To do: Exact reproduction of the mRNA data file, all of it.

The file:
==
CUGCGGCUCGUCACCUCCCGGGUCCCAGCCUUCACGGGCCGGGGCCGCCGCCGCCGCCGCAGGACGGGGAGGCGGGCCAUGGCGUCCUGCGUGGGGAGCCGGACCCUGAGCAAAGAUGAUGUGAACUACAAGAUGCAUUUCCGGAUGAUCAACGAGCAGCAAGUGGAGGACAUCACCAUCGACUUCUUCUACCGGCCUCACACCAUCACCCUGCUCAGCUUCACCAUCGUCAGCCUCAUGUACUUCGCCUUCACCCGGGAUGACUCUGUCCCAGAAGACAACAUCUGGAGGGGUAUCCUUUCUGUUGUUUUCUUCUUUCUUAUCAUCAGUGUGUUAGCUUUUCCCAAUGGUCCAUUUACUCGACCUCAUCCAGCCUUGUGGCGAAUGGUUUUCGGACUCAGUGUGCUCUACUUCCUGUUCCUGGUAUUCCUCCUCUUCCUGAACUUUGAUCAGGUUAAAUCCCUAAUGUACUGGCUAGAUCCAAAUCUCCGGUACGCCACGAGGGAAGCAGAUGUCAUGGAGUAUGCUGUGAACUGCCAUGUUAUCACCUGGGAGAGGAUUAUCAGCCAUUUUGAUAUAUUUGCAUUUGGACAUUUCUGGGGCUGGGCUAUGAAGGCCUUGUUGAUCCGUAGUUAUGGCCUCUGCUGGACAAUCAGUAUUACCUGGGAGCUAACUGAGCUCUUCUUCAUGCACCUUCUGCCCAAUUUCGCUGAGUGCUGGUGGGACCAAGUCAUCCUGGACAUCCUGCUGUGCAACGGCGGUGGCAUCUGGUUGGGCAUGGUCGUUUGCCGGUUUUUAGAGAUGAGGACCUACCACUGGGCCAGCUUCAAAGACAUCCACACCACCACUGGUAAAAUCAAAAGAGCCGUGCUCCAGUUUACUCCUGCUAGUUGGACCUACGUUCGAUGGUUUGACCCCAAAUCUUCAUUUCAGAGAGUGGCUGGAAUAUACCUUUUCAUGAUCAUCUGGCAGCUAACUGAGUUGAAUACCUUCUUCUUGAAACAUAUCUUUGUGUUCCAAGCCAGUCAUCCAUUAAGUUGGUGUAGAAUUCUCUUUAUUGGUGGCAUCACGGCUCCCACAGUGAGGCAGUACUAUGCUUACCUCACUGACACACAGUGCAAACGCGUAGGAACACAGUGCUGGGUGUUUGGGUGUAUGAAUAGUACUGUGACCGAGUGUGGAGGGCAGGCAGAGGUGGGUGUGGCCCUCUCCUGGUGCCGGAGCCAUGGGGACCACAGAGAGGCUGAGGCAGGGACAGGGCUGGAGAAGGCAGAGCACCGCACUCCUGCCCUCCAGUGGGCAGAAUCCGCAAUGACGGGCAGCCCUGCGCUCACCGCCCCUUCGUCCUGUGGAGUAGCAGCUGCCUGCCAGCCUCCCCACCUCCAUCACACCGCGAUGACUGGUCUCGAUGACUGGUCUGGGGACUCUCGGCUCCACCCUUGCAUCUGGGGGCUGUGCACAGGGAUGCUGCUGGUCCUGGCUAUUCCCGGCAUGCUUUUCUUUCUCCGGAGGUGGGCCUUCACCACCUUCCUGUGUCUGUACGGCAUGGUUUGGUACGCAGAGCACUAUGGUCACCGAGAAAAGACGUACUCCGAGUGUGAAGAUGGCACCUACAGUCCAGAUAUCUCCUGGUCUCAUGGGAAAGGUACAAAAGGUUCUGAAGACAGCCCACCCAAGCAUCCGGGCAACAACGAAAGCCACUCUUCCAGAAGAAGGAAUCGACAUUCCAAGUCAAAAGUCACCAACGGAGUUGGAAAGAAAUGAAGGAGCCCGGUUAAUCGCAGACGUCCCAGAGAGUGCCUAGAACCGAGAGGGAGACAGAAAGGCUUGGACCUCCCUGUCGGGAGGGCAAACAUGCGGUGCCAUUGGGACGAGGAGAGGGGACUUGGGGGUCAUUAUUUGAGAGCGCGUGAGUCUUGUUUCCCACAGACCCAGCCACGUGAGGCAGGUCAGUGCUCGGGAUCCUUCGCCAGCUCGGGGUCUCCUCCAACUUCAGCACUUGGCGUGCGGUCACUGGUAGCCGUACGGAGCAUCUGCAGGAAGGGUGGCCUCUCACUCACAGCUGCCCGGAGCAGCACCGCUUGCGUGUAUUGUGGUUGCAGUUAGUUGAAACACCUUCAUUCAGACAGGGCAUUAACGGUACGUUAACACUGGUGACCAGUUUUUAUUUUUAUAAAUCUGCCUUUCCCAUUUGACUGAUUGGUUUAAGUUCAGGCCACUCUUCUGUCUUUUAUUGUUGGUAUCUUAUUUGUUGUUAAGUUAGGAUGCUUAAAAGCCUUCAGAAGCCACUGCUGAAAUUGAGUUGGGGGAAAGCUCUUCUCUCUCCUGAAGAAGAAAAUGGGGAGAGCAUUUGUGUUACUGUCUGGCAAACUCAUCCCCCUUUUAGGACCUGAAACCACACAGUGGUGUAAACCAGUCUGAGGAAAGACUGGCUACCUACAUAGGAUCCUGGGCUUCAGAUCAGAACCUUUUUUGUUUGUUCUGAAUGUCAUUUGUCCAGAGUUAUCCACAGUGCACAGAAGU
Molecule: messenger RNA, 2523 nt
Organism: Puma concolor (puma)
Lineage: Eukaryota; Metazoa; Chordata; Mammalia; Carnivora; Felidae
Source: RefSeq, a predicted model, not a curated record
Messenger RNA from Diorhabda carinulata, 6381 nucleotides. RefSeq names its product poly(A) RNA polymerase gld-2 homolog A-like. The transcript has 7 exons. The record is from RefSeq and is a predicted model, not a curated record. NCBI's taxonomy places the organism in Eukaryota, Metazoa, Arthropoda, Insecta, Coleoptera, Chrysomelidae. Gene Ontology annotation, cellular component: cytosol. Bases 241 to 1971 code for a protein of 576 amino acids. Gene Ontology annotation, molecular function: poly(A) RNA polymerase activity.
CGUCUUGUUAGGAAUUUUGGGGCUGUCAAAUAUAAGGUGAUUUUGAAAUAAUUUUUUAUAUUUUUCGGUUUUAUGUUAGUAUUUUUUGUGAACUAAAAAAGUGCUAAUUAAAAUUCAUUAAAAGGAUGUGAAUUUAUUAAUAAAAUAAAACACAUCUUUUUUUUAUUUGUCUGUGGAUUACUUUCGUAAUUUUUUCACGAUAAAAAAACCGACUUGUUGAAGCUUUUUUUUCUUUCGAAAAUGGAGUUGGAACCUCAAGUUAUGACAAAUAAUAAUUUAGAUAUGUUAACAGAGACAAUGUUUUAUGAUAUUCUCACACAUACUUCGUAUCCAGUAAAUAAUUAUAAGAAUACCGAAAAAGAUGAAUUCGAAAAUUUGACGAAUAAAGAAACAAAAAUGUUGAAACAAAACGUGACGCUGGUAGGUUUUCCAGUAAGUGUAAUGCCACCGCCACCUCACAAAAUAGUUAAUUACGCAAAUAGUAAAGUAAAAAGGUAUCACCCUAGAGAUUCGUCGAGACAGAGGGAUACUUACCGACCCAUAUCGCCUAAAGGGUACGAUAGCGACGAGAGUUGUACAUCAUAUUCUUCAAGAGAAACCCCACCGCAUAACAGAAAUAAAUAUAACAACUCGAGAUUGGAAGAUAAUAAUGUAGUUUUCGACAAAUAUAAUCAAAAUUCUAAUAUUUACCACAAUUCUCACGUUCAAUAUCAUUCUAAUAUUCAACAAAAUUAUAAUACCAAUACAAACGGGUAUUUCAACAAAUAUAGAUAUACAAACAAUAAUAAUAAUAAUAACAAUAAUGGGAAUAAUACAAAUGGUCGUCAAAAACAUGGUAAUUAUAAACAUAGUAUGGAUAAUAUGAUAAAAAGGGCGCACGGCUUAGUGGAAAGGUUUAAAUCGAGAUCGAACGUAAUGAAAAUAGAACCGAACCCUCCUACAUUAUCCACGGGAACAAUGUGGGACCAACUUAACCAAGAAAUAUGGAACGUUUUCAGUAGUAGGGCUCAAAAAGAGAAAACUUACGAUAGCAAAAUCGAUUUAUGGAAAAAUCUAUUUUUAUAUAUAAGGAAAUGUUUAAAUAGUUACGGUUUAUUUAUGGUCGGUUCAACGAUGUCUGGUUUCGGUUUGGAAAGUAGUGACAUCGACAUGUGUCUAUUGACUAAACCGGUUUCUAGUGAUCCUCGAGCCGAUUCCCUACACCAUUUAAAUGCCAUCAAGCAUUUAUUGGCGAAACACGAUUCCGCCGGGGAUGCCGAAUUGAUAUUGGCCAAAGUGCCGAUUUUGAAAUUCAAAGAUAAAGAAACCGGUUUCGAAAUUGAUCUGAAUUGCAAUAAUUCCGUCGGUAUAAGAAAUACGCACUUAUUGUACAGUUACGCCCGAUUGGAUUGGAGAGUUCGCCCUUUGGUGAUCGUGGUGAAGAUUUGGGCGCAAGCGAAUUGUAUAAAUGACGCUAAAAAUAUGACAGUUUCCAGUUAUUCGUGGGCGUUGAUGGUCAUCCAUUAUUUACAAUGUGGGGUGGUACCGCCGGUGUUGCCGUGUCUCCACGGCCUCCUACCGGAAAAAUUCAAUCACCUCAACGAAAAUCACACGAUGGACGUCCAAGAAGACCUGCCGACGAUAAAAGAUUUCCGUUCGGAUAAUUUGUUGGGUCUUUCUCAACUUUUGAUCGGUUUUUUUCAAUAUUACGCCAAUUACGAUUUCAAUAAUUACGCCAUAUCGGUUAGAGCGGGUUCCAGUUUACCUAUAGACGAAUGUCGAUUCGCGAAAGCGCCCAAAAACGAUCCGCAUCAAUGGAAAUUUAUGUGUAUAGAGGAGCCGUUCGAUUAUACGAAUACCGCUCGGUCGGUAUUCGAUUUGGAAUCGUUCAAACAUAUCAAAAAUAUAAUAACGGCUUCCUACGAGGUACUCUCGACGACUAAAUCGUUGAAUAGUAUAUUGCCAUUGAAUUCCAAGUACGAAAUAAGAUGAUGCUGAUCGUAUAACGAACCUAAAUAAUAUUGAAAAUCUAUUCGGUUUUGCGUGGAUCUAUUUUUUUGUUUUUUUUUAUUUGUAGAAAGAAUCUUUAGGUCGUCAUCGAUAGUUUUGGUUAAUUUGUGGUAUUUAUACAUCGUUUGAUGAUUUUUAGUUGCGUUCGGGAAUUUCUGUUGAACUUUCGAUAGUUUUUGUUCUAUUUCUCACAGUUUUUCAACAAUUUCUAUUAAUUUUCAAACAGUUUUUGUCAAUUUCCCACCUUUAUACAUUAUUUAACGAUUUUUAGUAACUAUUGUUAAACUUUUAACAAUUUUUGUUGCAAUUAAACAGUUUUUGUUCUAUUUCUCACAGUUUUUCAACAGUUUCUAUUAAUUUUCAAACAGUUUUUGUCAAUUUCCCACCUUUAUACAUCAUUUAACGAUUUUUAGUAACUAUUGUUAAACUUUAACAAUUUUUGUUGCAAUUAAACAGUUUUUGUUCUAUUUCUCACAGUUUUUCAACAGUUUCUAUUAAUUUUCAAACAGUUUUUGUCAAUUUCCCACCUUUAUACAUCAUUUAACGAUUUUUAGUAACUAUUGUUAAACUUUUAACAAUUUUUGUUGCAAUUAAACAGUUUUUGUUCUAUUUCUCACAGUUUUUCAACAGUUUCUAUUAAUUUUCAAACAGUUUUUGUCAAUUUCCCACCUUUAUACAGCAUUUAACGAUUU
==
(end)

CUGCGGCUCGUCACCUCCCGGGUCCCAGCCUUCACGGGCCGGGGCCGCCGCCGCCGCCGCAGGACGGGGAGGCGGGCCAUGGCGUCCUGCGUGGGGAGCCGGACCCUGAGCAAAGAUGAUGUGAACUACAAGAUGCAUUUCCGGAUGAUCAACGAGCAGCAAGUGGAGGACAUCACCAUCGACUUCUUCUACCGGCCUCACACCAUCACCCUGCUCAGCUUCACCAUCGUCAGCCUCAUGUACUUCGCCUUCACCCGGGAUGACUCUGUCCCAGAAGACAACAUCUGGAGGGGUAUCCUUUCUGUUGUUUUCUUCUUUCUUAUCAUCAGUGUGUUAGCUUUUCCCAAUGGUCCAUUUACUCGACCUCAUCCAGCCUUGUGGCGAAUGGUUUUCGGACUCAGUGUGCUCUACUUCCUGUUCCUGGUAUUCCUCCUCUUCCUGAACUUUGAUCAGGUUAAAUCCCUAAUGUACUGGCUAGAUCCAAAUCUCCGGUACGCCACGAGGGAAGCAGAUGUCAUGGAGUAUGCUGUGAACUGCCAUGUUAUCACCUGGGAGAGGAUUAUCAGCCAUUUUGAUAUAUUUGCAUUUGGACAUUUCUGGGGCUGGGCUAUGAAGGCCUUGUUGAUCCGUAGUUAUGGCCUCUGCUGGACAAUCAGUAUUACCUGGGAGCUAACUGAGCUCUUCUUCAUGCACCUUCUGCCCAAUUUCGCUGAGUGCUGGUGGGACCAAGUCAUCCUGGACAUCCUGCUGUGCAACGGCGGUGGCAUCUGGUUGGGCAUGGUCGUUUGCCGGUUUUUAGAGAUGAGGACCUACCACUGGGCCAGCUUCAAAGACAUCCACACCACCACUGGUAAAAUCAAAAGAGCCGUGCUCCAGUUUACUCCUGCUAGUUGGACCUACGUUCGAUGGUUUGACCCCAAAUCUUCAUUUCAGAGAGUGGCUGGAAUAUACCUUUUCAUGAUCAUCUGGCAGCUAACUGAGUUGAAUACCUUCUUCUUGAAACAUAUCUUUGUGUUCCAAGCCAGUCAUCCAUUAAGUUGGUGUAGAAUUCUCUUUAUUGGUGGCAUCACGGCUCCCACAGUGAGGCAGUACUAUGCUUACCUCACUGACACACAGUGCAAACGCGUAGGAACACAGUGCUGGGUGUUUGGGUGUAUGAAUAGUACUGUGACCGAGUGUGGAGGGCAGGCAGAGGUGGGUGUGGCCCUCUCCUGGUGCCGGAGCCAUGGGGACCACAGAGAGGCUGAGGCAGGGACAGGGCUGGAGAAGGCAGAGCACCGCACUCCUGCCCUCCAGUGGGCAGAAUCCGCAAUGACGGGCAGCCCUGCGCUCACCGCCCCUUCGUCCUGUGGAGUAGCAGCUGCCUGCCAGCCUCCCCACCUCCAUCACACCGCGAUGACUGGUCUCGAUGACUGGUCUGGGGACUCUCGGCUCCACCCUUGCAUCUGGGGGCUGUGCACAGGGAUGCUGCUGGUCCUGGCUAUUCCCGGCAUGCUUUUCUUUCUCCGGAGGUGGGCCUUCACCACCUUCCUGUGUCUGUACGGCAUGGUUUGGUACGCAGAGCACUAUGGUCACCGAGAAAAGACGUACUCCGAGUGUGAAGAUGGCACCUACAGUCCAGAUAUCUCCUGGUCUCAUGGGAAAGGUACAAAAGGUUCUGAAGACAGCCCACCCAAGCAUCCGGGCAACAACGAAAGCCACUCUUCCAGAAGAAGGAAUCGACAUUCCAAGUCAAAAGUCACCAACGGAGUUGGAAAGAAAUGAAGGAGCCCGGUUAAUCGCAGACGUCCCAGAGAGUGCCUAGAACCGAGAGGGAGACAGAAAGGCUUGGACCUCCCUGUCGGGAGGGCAAACAUGCGGUGCCAUUGGGACGAGGAGAGGGGACUUGGGGGUCAUUAUUUGAGAGCGCGUGAGUCUUGUUUCCCACAGACCCAGCCACGUGAGGCAGGUCAGUGCUCGGGAUCCUUCGCCAGCUCGGGGUCUCCUCCAACUUCAGCACUUGGCGUGCGGUCACUGGUAGCCGUACGGAGCAUCUGCAGGAAGGGUGGCCUCUCACUCACAGCUGCCCGGAGCAGCACCGCUUGCGUGUAUUGUGGUUGCAGUUAGUUGAAACACCUUCAUUCAGACAGGGCAUUAACGGUACGUUAACACUGGUGACCAGUUUUUAUUUUUAUAAAUCUGCCUUUCCCAUUUGACUGAUUGGUUUAAGUUCAGGCCACUCUUCUGUCUUUUAUUGUUGGUAUCUUAUUUGUUGUUAAGUUAGGAUGCUUAAAAGCCUUCAGAAGCCACUGCUGAAAUUGAGUUGGGGGAAAGCUCUUCUCUCUCCUGAAGAAGAAAAUGGGGAGAGCAUUUGUGUUACUGUCUGGCAAACUCAUCCCCCUUUUAGGACCUGAAACCACACAGUGGUGUAAACCAGUCUGAGGAAAGACUGGCUACCUACAUAGGAUCCUGGGCUUCAGAUCAGAACCUUUUUUGUUUGUUCUGAAUGUCAUUUGUCCAGAGUUAUCCACAGUGCACAGAAGU
Molecule: messenger RNA, 2523 nt
Organism: Puma concolor (puma)
Lineage: Eukaryota; Metazoa; Chordata; Mammalia; Carnivora; Felidae
Source: RefSeq, a predicted model, not a curated record
Messenger RNA from Diorhabda carinulata, 6381 nucleotides. RefSeq names its product poly(A) RNA polymerase gld-2 homolog A-like. The transcript has 7 exons. The record is from RefSeq and is a predicted model, not a curated record. NCBI's taxonomy places the organism in Eukaryota, Metazoa, Arthropoda, Insecta, Coleoptera, Chrysomelidae. Gene Ontology annotation, cellular component: cytosol. Bases 241 to 1971 code for a protein of 576 amino acids. Gene Ontology annotation, molecular function: poly(A) RNA polymerase activity.
CGUCUUGUUAGGAAUUUUGGGGCUGUCAAAUAUAAGGUGAUUUUGAAAUAAUUUUUUAUAUUUUUCGGUUUUAUGUUAGUAUUUUUUGUGAACUAAAAAAGUGCUAAUUAAAAUUCAUUAAAAGGAUGUGAAUUUAUUAAUAAAAUAAAACACAUCUUUUUUUUAUUUGUCUGUGGAUUACUUUCGUAAUUUUUUCACGAUAAAAAAACCGACUUGUUGAAGCUUUUUUUUCUUUCGAAAAUGGAGUUGGAACCUCAAGUUAUGACAAAUAAUAAUUUAGAUAUGUUAACAGAGACAAUGUUUUAUGAUAUUCUCACACAUACUUCGUAUCCAGUAAAUAAUUAUAAGAAUACCGAAAAAGAUGAAUUCGAAAAUUUGACGAAUAAAGAAACAAAAAUGUUGAAACAAAACGUGACGCUGGUAGGUUUUCCAGUAAGUGUAAUGCCACCGCCACCUCACAAAAUAGUUAAUUACGCAAAUAGUAAAGUAAAAAGGUAUCACCCUAGAGAUUCGUCGAGACAGAGGGAUACUUACCGACCCAUAUCGCCUAAAGGGUACGAUAGCGACGAGAGUUGUACAUCAUAUUCUUCAAGAGAAACCCCACCGCAUAACAGAAAUAAAUAUAACAACUCGAGAUUGGAAGAUAAUAAUGUAGUUUUCGACAAAUAUAAUCAAAAUUCUAAUAUUUACCACAAUUCUCACGUUCAAUAUCAUUCUAAUAUUCAACAAAAUUAUAAUACCAAUACAAACGGGUAUUUCAACAAAUAUAGAUAUACAAACAAUAAUAAUAAUAAUAACAAUAAUGGGAAUAAUACAAAUGGUCGUCAAAAACAUGGUAAUUAUAAACAUAGUAUGGAUAAUAUGAUAAAAAGGGCGCACGGCUUAGUGGAAAGGUUUAAAUCGAGAUCGAACGUAAUGAAAAUAGAACCGAACCCUCCUACAUUAUCCACGGGAACAAUGUGGGACCAACUUAACCAAGAAAUAUGGAACGUUUUCAGUAGUAGGGCUCAAAAAGAGAAAACUUACGAUAGCAAAAUCGAUUUAUGGAAAAAUCUAUUUUUAUAUAUAAGGAAAUGUUUAAAUAGUUACGGUUUAUUUAUGGUCGGUUCAACGAUGUCUGGUUUCGGUUUGGAAAGUAGUGACAUCGACAUGUGUCUAUUGACUAAACCGGUUUCUAGUGAUCCUCGAGCCGAUUCCCUACACCAUUUAAAUGCCAUCAAGCAUUUAUUGGCGAAACACGAUUCCGCCGGGGAUGCCGAAUUGAUAUUGGCCAAAGUGCCGAUUUUGAAAUUCAAAGAUAAAGAAACCGGUUUCGAAAUUGAUCUGAAUUGCAAUAAUUCCGUCGGUAUAAGAAAUACGCACUUAUUGUACAGUUACGCCCGAUUGGAUUGGAGAGUUCGCCCUUUGGUGAUCGUGGUGAAGAUUUGGGCGCAAGCGAAUUGUAUAAAUGACGCUAAAAAUAUGACAGUUUCCAGUUAUUCGUGGGCGUUGAUGGUCAUCCAUUAUUUACAAUGUGGGGUGGUACCGCCGGUGUUGCCGUGUCUCCACGGCCUCCUACCGGAAAAAUUCAAUCACCUCAACGAAAAUCACACGAUGGACGUCCAAGAAGACCUGCCGACGAUAAAAGAUUUCCGUUCGGAUAAUUUGUUGGGUCUUUCUCAACUUUUGAUCGGUUUUUUUCAAUAUUACGCCAAUUACGAUUUCAAUAAUUACGCCAUAUCGGUUAGAGCGGGUUCCAGUUUACCUAUAGACGAAUGUCGAUUCGCGAAAGCGCCCAAAAACGAUCCGCAUCAAUGGAAAUUUAUGUGUAUAGAGGAGCCGUUCGAUUAUACGAAUACCGCUCGGUCGGUAUUCGAUUUGGAAUCGUUCAAACAUAUCAAAAAUAUAAUAACGGCUUCCUACGAGGUACUCUCGACGACUAAAUCGUUGAAUAGUAUAUUGCCAUUGAAUUCCAAGUACGAAAUAAGAUGAUGCUGAUCGUAUAACGAACCUAAAUAAUAUUGAAAAUCUAUUCGGUUUUGCGUGGAUCUAUUUUUUUGUUUUUUUUUAUUUGUAGAAAGAAUCUUUAGGUCGUCAUCGAUAGUUUUGGUUAAUUUGUGGUAUUUAUACAUCGUUUGAUGAUUUUUAGUUGCGUUCGGGAAUUUCUGUUGAACUUUCGAUAGUUUUUGUUCUAUUUCUCACAGUUUUUCAACAAUUUCUAUUAAUUUUCAAACAGUUUUUGUCAAUUUCCCACCUUUAUACAUUAUUUAACGAUUUUUAGUAACUAUUGUUAAACUUUUAACAAUUUUUGUUGCAAUUAAACAGUUUUUGUUCUAUUUCUCACAGUUUUUCAACAGUUUCUAUUAAUUUUCAAACAGUUUUUGUCAAUUUCCCACCUUUAUACAUCAUUUAACGAUUUUUAGUAACUAUUGUUAAACUUUAACAAUUUUUGUUGCAAUUAAACAGUUUUUGUUCUAUUUCUCACAGUUUUUCAACAGUUUCUAUUAAUUUUCAAACAGUUUUUGUCAAUUUCCCACCUUUAUACAUCAUUUAACGAUUUUUAGUAACUAUUGUUAAACUUUUAACAAUUUUUGUUGCAAUUAAACAGUUUUUGUUCUAUUUCUCACAGUUUUUCAACAGUUUCUAUUAAUUUUCAAACAGUUUUUGUCAAUUUCCCACCUUUAUACAGCAUUUAACGAUUU